Wednesday, April 4, 2012

48 Hour Bread

48 Hour Bread

On Sunday I managed to watch last week's Hairy Bikers, where they were in Germany. In amongst all the schwartzwalderkirschetorte there was a segment where they popped into a slow food bakery called Fleury in Brauneberg. The chap there makes a whole load of different loaves, including one that takes 48 hours to make.

Hmm. Can you see cogs whirring?

Bread is simple; flour & water will get you started; if you've not got a week to wait and 12 hours to prep then adding yeast helps, and salt is probably necessary but if you don't have any then it's not the end of the world. There's two hard bits.

1. Making sure the yeast is working. 2. Making sure the oven is hot enough.

Other than that, it's just waiting.

I liked the thought of 48 hour bread so much I thought I'd give it a go. There's no recipe given, so I reckoned I'd try basic recipe bread, then bung it in the fridge to rise & prove for a couple of days. If it doesn't work then I'll have wasted about 80p of ingredients.

The details: 500g strong white flour, 300ml water (tap is fine, don't bother with this "hand-hot" malarky) + another 50ml kicking around if you need it, 10g salt, 2 packets of easyblend yeast. Mix the dry ingredients - stir in the salt before adding the yeast - then pour in most of the water and mix, then add the rest and the extra 50ml if, after mixing, you've still got dry lumps in the bottom of the bowl. Tip it out onto a work surface - don't flour it, just have a dough scraper or pallette knife to hand - and knead it until you can see light through a stretched out bit of dough without it breaking. The books say 5-10 minutes, I reckon it can take a lot longer, depending on how vigorous you are. Roll it into a ball, then take a 2l (or bigger) airtight plastic lunchbox - the ones with clickable seals are perfect - and lightly oil the insides, drop in the ball, put on the lid and bung in the fridge.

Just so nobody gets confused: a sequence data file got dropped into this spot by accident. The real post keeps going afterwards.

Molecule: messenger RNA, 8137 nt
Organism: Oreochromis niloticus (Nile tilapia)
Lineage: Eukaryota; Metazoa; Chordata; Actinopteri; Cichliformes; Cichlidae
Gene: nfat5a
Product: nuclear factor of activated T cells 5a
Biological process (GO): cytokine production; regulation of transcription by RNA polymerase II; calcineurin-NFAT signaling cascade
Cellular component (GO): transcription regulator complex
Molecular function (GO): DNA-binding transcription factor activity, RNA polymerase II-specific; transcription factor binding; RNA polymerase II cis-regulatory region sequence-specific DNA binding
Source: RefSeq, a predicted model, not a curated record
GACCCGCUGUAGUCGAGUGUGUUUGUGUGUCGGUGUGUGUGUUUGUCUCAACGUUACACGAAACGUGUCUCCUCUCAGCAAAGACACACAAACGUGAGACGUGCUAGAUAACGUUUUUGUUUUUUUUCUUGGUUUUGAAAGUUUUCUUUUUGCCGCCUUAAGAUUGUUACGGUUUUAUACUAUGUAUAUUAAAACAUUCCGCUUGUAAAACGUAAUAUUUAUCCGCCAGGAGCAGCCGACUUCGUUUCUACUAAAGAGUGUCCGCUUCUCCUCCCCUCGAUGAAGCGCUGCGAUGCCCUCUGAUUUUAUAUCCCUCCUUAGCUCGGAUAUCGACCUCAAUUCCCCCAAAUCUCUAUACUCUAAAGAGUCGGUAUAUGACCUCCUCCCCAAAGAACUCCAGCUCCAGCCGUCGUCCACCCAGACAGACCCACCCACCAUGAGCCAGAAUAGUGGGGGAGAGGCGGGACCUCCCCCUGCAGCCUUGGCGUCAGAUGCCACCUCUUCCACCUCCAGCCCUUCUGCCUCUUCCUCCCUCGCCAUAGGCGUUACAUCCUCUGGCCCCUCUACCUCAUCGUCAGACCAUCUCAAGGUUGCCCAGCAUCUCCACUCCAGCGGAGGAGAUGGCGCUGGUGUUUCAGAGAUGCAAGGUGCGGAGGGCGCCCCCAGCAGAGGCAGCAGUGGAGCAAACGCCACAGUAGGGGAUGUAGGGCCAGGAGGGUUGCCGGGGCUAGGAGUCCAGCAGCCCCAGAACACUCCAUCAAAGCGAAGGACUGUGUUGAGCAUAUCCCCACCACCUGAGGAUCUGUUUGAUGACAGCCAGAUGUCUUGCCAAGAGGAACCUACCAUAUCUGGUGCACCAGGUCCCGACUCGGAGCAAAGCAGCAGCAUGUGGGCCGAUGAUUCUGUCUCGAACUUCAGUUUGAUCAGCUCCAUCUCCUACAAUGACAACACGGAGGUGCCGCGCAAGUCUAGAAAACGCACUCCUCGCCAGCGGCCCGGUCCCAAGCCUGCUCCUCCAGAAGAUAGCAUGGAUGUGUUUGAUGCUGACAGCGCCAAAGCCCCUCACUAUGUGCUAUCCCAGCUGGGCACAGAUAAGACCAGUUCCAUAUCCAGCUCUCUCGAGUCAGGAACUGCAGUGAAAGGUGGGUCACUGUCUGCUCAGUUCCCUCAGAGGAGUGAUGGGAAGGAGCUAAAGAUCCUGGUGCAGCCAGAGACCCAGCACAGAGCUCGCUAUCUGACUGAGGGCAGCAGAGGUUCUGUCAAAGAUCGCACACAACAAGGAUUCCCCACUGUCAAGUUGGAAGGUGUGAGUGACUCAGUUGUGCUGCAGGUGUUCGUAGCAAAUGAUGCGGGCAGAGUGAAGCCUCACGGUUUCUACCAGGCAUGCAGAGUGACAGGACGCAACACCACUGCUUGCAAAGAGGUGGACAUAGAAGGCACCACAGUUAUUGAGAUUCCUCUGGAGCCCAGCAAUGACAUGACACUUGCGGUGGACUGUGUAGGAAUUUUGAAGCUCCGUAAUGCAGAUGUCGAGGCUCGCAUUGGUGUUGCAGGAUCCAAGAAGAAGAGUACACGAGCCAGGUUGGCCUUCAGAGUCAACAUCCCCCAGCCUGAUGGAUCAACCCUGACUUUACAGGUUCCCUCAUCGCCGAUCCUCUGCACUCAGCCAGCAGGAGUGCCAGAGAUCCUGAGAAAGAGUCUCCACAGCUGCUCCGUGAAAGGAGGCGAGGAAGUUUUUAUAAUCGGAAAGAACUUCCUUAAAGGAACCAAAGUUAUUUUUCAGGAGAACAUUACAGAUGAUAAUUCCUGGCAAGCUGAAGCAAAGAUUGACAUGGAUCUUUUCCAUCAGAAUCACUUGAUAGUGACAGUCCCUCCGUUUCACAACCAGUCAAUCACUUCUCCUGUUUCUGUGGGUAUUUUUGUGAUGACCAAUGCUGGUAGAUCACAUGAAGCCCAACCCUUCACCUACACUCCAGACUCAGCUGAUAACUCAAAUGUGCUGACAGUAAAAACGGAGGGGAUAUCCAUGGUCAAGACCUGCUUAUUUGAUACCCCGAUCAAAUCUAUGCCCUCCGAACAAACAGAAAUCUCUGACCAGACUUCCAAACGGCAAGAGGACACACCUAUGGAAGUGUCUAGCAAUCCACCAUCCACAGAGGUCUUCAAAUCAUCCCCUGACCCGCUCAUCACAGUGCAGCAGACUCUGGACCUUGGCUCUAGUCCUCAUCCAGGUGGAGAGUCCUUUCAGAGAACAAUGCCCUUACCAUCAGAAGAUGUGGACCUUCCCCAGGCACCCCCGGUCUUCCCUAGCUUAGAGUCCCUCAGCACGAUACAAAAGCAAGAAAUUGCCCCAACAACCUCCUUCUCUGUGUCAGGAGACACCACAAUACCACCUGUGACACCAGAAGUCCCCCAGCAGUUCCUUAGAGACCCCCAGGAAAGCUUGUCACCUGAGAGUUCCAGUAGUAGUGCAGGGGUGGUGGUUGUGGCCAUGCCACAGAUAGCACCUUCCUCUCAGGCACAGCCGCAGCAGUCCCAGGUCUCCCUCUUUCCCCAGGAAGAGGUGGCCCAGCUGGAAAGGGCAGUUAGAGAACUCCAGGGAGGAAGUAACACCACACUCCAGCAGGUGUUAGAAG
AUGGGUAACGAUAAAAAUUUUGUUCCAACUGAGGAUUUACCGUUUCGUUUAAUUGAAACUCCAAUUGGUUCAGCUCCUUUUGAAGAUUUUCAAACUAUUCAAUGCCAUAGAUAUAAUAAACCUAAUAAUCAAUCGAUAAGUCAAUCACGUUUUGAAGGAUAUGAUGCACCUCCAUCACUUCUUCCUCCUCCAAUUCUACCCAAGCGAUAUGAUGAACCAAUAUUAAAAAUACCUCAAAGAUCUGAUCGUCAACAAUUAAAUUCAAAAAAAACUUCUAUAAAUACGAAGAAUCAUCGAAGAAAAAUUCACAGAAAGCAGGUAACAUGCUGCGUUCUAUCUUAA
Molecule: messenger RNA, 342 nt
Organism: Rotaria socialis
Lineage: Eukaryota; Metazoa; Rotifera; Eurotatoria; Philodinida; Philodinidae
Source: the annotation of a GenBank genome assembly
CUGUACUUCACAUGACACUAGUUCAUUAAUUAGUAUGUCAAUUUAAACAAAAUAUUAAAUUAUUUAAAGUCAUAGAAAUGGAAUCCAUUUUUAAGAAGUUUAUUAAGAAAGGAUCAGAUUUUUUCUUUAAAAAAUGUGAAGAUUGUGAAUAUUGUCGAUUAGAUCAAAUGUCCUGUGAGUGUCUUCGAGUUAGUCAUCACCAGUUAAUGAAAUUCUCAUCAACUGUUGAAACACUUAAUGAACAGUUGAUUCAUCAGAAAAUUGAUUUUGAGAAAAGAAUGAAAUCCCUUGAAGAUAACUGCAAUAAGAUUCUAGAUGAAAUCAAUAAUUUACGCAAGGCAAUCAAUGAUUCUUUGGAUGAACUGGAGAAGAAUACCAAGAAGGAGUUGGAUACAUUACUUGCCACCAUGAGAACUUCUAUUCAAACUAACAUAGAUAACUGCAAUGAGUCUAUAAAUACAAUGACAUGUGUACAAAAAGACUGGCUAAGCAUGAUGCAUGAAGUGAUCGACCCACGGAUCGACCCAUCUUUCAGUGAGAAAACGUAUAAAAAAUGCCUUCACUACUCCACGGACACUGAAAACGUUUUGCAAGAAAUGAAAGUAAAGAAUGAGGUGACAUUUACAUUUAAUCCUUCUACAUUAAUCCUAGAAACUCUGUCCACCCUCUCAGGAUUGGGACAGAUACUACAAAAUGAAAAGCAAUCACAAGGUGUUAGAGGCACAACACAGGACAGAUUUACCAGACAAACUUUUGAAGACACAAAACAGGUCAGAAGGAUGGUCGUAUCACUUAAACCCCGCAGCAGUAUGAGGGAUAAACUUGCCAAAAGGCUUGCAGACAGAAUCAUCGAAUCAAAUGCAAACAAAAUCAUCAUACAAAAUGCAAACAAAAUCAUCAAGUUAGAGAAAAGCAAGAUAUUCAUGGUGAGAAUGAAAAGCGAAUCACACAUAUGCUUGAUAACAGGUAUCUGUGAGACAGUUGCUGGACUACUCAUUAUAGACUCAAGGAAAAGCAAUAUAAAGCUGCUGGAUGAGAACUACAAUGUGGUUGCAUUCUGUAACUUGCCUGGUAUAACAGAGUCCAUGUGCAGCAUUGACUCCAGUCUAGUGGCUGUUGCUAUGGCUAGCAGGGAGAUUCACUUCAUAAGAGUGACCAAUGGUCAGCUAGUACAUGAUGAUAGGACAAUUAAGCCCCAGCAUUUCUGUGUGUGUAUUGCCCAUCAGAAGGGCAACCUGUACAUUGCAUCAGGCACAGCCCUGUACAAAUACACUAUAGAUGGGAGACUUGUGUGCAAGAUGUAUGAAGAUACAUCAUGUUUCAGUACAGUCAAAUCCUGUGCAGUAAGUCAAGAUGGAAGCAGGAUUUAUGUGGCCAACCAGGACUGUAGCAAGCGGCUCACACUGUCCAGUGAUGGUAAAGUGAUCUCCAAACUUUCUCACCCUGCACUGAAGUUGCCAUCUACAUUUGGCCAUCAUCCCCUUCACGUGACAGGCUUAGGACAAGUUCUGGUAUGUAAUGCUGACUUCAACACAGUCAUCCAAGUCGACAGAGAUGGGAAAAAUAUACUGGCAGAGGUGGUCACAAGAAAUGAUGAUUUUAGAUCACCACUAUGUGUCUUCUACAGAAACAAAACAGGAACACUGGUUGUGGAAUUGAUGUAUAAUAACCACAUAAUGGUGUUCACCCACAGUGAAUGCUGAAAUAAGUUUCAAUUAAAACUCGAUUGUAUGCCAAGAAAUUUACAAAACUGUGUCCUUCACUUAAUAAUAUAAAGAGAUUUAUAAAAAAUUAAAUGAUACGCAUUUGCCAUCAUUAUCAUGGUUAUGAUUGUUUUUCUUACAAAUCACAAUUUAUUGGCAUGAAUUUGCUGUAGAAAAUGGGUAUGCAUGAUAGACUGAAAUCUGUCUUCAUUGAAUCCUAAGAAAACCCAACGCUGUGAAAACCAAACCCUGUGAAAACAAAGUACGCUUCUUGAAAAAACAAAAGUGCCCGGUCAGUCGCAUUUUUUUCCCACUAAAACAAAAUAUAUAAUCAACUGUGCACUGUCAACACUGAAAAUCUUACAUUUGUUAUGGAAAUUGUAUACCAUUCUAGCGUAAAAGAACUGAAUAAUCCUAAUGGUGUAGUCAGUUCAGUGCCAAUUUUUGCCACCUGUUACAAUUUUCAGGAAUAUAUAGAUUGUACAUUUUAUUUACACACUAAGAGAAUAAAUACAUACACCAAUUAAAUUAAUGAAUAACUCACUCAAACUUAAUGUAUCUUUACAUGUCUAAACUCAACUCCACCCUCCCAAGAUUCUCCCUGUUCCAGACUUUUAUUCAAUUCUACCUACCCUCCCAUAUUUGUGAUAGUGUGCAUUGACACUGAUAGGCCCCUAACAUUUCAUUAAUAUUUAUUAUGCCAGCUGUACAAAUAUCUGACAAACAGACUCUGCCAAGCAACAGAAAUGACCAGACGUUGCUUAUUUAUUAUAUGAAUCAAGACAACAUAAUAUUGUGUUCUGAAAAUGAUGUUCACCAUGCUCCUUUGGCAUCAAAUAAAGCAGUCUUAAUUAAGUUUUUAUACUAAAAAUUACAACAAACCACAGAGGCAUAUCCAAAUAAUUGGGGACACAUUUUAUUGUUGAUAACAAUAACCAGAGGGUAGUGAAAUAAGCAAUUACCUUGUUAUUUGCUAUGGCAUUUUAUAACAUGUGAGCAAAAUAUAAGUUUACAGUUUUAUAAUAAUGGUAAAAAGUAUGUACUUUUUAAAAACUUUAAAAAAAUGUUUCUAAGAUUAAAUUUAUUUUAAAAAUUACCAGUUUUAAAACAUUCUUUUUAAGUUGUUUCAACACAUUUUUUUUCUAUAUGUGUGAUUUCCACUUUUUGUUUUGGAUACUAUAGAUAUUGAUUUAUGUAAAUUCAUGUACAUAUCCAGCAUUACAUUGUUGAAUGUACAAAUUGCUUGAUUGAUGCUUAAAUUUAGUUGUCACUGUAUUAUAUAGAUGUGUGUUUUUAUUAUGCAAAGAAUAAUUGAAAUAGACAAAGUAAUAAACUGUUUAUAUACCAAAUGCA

Forget about it until the following morning; tip it out onto the work surface, pummel it a bit, then put it back in the box. The following morning, tip it out of the box, shape it into a baton, then at one end twist it over twice, so you get a spiral formed on the outside. Put onto some baking parchment, then onto something flat, then cover and put back in the fridge. That evening, turn the oven onto as high as it'll go, put a baking sheet on the middle shelf (and remove the top shelf), then when it's hot take the dough from the fridge and slide onto the hot baking sheet. Leave for 15 minutes, then turn the oven down to about 180C and forget about it for at least 35 minutes. At this point, the longer it bakes the thicker the crust.

The results: in all seriousness this is some of the best bread I've ever made.

48 Hour Bread

48 Hour Bread

The texture is incredible - soft, chewy, dense and airy all at the same time. It springs back, has a delicious crust and the middle tastes like bread smells. It's a bugger to slice, though - that crust is solid - but that just means you get the pleasure of ripping it apart. I cannot emphasise this enough: make this bread. It is simple, delicious and takes all of 20 minutes of actual effort. Your family will love you, your friends will love you, and your tummy will love you.

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